Overcrowded clinics lead to delays for women needing cervical tests

Women referred for further investigation after getting an abnormal cervical screening result are not being seen within the recommended time because hospital clinics are overcrowded, health officials have said.

The clinics carry out colposcopy examinations on women who have abnormal cells.

It comes as officials from CervicalCheck confirmed that the turnaround time for smear test results is now largely back to normal and they are being returned to women in around six weeks, having cleared the worst of the backlog.

However, there are delays for women whose smear test results require further follow-on investigation, the Oireachtas Health Committee was told.

Dr Peter McKenna said part of the reason for the pressure was that many women who had not been referred directly arising out of a test result – but had symptoms that need to be checked – were being inappropriately sent to the clinics.

They now account for between 35pc to 40pc of the clinics’ patients, up from 5pc to 10pc, but the plan is to divert them to another service to ease the pressure on clinics.

CervicalCheck confirmed that a circular has now been sent saying women who undergo a private smear test and need further examination can be seen in one of the public colposcopy clinics.

The issue was raised by Kerry Fianna Fáil TD John Brassil who said one of his constituents was turned down by a public clinic after getting a private test.

She received a message at 10pm that she would be accepted at the public clinic, a move he described as “crass”.

The hope is to introduce HPV testing as the primary laboratory screening method early next year.

Planning permission to extend the Coombe Laboratory in Dublin, where around 10pc of tests are read, is to be submitted this week and this will mean less reliance on facilities in the United States.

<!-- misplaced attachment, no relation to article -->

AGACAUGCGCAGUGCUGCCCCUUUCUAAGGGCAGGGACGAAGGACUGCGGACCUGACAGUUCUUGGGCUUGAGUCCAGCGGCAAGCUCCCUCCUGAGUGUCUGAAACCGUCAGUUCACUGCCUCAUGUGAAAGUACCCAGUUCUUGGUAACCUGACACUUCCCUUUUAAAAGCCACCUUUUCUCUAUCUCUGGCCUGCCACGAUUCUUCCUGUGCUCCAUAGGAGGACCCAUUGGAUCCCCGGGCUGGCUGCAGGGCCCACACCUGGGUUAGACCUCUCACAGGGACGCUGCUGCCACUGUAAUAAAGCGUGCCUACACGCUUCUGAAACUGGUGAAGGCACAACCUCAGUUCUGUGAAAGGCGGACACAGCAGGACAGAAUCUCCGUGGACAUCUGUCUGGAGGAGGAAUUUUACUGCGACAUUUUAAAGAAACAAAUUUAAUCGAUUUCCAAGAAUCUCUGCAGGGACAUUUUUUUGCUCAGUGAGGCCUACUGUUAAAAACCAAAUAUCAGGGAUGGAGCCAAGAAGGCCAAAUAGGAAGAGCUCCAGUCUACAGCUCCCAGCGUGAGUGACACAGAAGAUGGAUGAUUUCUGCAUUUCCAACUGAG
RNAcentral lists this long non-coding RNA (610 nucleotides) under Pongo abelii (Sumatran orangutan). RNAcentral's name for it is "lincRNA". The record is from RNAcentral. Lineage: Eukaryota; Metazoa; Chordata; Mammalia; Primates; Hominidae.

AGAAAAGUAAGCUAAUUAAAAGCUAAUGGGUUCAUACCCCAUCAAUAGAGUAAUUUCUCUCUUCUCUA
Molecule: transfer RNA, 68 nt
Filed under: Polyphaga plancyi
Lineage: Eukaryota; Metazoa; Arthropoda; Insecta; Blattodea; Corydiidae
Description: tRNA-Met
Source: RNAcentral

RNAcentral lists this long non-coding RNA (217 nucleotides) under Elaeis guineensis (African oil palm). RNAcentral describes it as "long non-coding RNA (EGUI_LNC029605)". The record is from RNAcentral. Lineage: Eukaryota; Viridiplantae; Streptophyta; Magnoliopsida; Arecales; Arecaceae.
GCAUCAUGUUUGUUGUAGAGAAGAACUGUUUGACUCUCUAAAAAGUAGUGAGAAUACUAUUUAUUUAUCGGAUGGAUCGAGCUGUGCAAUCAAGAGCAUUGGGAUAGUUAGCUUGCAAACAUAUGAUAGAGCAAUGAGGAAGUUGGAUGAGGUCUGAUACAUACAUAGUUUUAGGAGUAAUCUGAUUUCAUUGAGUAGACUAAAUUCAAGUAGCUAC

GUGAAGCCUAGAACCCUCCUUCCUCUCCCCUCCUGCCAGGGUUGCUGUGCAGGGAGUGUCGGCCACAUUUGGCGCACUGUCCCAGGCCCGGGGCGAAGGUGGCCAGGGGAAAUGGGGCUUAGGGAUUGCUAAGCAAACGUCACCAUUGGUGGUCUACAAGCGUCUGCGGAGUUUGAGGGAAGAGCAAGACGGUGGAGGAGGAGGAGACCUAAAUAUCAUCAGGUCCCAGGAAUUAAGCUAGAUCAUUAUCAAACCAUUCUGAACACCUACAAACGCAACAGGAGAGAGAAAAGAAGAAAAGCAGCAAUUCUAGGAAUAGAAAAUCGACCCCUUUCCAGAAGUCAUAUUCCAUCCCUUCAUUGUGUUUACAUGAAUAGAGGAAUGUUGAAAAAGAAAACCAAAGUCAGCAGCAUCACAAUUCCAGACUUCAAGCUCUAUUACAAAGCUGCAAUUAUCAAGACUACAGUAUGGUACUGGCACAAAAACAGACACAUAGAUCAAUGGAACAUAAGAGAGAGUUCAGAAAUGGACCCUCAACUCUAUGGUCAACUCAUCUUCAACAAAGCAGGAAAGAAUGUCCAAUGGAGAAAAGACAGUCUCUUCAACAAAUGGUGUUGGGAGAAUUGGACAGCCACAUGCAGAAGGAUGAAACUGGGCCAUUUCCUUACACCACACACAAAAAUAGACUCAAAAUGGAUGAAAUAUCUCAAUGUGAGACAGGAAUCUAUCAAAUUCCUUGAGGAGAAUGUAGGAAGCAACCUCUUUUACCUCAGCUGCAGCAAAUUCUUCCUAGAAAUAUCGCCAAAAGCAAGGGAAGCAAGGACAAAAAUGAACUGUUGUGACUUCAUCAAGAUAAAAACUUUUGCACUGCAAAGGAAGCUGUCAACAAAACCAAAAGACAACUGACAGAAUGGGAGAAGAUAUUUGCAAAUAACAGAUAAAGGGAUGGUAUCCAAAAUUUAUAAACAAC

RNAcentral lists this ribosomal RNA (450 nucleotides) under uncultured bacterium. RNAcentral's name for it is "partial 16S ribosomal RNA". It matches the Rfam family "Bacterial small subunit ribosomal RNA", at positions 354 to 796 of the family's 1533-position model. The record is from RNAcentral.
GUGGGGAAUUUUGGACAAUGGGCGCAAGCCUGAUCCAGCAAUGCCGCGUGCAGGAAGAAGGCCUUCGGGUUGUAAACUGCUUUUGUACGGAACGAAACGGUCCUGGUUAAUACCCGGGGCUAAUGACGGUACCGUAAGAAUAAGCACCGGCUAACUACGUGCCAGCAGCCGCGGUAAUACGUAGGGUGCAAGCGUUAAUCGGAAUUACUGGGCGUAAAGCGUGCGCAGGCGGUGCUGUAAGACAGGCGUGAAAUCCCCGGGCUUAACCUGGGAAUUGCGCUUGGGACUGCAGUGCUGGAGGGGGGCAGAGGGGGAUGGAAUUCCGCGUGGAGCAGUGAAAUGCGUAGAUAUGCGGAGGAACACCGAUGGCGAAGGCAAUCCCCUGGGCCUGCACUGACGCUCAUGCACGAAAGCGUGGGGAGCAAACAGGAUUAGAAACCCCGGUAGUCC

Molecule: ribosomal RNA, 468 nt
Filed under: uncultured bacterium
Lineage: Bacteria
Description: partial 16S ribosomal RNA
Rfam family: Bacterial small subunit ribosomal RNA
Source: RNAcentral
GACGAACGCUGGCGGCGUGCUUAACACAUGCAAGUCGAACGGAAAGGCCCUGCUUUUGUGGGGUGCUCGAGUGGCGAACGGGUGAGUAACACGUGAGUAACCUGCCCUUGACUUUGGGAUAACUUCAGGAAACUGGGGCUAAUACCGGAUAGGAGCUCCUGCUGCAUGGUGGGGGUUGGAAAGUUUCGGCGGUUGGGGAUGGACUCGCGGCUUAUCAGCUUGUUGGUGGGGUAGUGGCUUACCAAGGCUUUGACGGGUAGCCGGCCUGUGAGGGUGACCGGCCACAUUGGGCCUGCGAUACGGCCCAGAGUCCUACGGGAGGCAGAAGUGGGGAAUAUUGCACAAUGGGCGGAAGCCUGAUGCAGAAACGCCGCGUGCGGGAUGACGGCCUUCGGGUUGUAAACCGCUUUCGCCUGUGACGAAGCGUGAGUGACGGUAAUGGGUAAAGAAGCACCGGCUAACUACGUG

The expectation is that around 40pc to 50pc of CervicalCheck tests will be processed in the Coombe in the next 18 months.

Commenting on the results of the independent look-back review of the slides of more than 1,000 women who developed cancer, Dr McKenna said it was expected the number whose test results would be found to be different to the original was expected to be substantially below 40pc.

They are currently being given to women and next of kin and this was likely to take some months.

Asked why it took so long to provide a proper response to ‘Sharon’, who helped expose the laboratory computer glitch that led her, and thousands of women, to receive delayed test results, the acting head of screening services Damian McCallion said lessons needed to be learned from the case going forward.

Committee chairman Michael Harty TD asked why no action had been taken by the Department of Health or CervicalCheck for months despite ‘Sharon’ highlighting the delays.

Sinn Féin TD Louise O’Reilly said the generic letter sent to her was akin to “fobbing” her off.

Meanwhile, officials from the Irish National Accreditation Board admitted that they were unaware tests were sent to a lab in Manchester until the Scally investigation.

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